Human Trafficking

Story by: EMMANUEYNE DARGBEH / Academy at Palumbo

TUHS Press Reporter Emmanuelyne Dargbeh

When you think about human trafficking what is the first thing that comes to mind? Most likely it will be a stereotypical Hollywood imagery of an international young woman trafficked across borders as in, Taken; a group of malnourished children forced to harvest distant crops as in Blood Diamond, or an inner city brothel exposed as exploiting dozens of young girls and women.

The usual place men occupy in these stories is that of the “bad guy,” rarely the victims, seldom the rescuer. However, we should be careful not to deny male survivors of trafficking their status of victims. Human trafficking is an issue that harms both sexes.  It’s not simply a women’s issue, it’s everyone’s.

While women and children are believed to be the main victims of human- trafficking, given their increased vulnerability in many countries, men make up a significant percentage of victims as well. However as men are mostly trafficked into labor positions, also they are harder to discover and rescue. This leads to under-reporting. Some countries do not even have laws in place against labor trafficking, making it virtually impossible to find, prosecute, or record these cases.  Alarming statistics produced by the U.S. State Department report that between 2006 and 2008, the percentage of adult male victims of human trafficking jumped from 6 percent to 45 percent.

According to the Trafficking in Persons: Global patterns report, “It is men especially who might be expected to be trafficked for forced labor.” However, forced labor is not the only facet of human trafficking in which males become trapped. A group at risk for exploitation is homosexual young men. They are at an increased risk of becoming homeless by being kicked out of their homes or running away to escape abuse and harassment either from school or home. More than one study has indicated that homeless and runaway youths are among the easiest targets for traffickers and pimps.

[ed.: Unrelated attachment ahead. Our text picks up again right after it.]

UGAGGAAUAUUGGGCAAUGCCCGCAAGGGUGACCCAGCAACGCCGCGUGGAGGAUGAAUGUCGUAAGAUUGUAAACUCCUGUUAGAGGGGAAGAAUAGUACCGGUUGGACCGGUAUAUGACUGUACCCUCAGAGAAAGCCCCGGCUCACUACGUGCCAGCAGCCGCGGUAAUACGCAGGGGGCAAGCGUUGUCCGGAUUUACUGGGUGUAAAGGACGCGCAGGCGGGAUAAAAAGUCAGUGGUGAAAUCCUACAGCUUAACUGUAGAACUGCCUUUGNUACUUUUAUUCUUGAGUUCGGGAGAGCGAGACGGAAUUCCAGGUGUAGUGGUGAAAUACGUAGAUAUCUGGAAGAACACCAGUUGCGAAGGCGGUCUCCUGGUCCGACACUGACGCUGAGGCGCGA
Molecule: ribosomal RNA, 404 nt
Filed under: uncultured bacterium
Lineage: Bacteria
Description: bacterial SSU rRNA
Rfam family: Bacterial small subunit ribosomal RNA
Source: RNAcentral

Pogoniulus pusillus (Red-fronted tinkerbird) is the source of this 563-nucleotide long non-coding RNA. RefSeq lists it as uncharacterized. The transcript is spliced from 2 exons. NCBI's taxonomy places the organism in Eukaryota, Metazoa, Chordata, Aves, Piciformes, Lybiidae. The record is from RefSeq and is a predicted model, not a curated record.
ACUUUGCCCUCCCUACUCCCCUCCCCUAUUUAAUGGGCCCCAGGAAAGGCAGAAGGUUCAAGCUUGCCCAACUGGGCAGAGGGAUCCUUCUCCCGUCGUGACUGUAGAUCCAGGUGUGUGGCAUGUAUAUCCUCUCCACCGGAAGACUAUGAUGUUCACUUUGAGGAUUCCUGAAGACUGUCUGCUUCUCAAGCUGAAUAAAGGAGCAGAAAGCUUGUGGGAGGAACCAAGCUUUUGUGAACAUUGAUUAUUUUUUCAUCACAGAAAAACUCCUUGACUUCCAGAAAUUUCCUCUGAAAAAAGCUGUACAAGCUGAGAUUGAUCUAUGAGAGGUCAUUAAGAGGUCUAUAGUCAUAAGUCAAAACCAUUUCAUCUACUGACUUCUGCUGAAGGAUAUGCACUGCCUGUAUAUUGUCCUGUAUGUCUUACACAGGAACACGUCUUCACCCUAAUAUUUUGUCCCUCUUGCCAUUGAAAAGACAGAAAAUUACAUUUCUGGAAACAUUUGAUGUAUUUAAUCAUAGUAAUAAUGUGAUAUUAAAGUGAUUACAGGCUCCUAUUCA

Often these young men, forced to engage in “survival sex,” are swept up into trafficking, and there’s not much said or done about it because the world’s mindset cannot accept the fact that males are indeed victims.

Now, don’t go thinking that only homosexual males are affected by this horrible situation because that would be completely FALSE. Straight males are also sexually exploited, they just seem to be harder targets. One of the many problems that render male victims invisible is that abuse occurs secretly, making it difficult to document and track.  Despite the under-reporting and the general lack of government interest in male victims, there is information showing that men and boys are victims of multiple forms of human trafficking, including of course, prostitution.  The “bacha bereesh,” the dancing boys in northern Afghanistan, are kidnapped, raped, and traded among the wealthy warlords. The worst part is this have been going on for generations, it is part of their culture, lifestyle and religion. The boys ages range from 11 to 18 years of age. They are poor, which makes them easy prey because they get bribed with money.

The reason why people think boys and men are not victims of sex trafficking is because no one bothers to look for them. No one bothers to ask about them. No one bothers to reach out to them.  And because no one reaches out to male victims, trafficked boys and men will not reach out for help. They live under the same threats that female victims do, and the only way to break fear’s grip on them is to offer them the acknowledgment and support  they need to break free.


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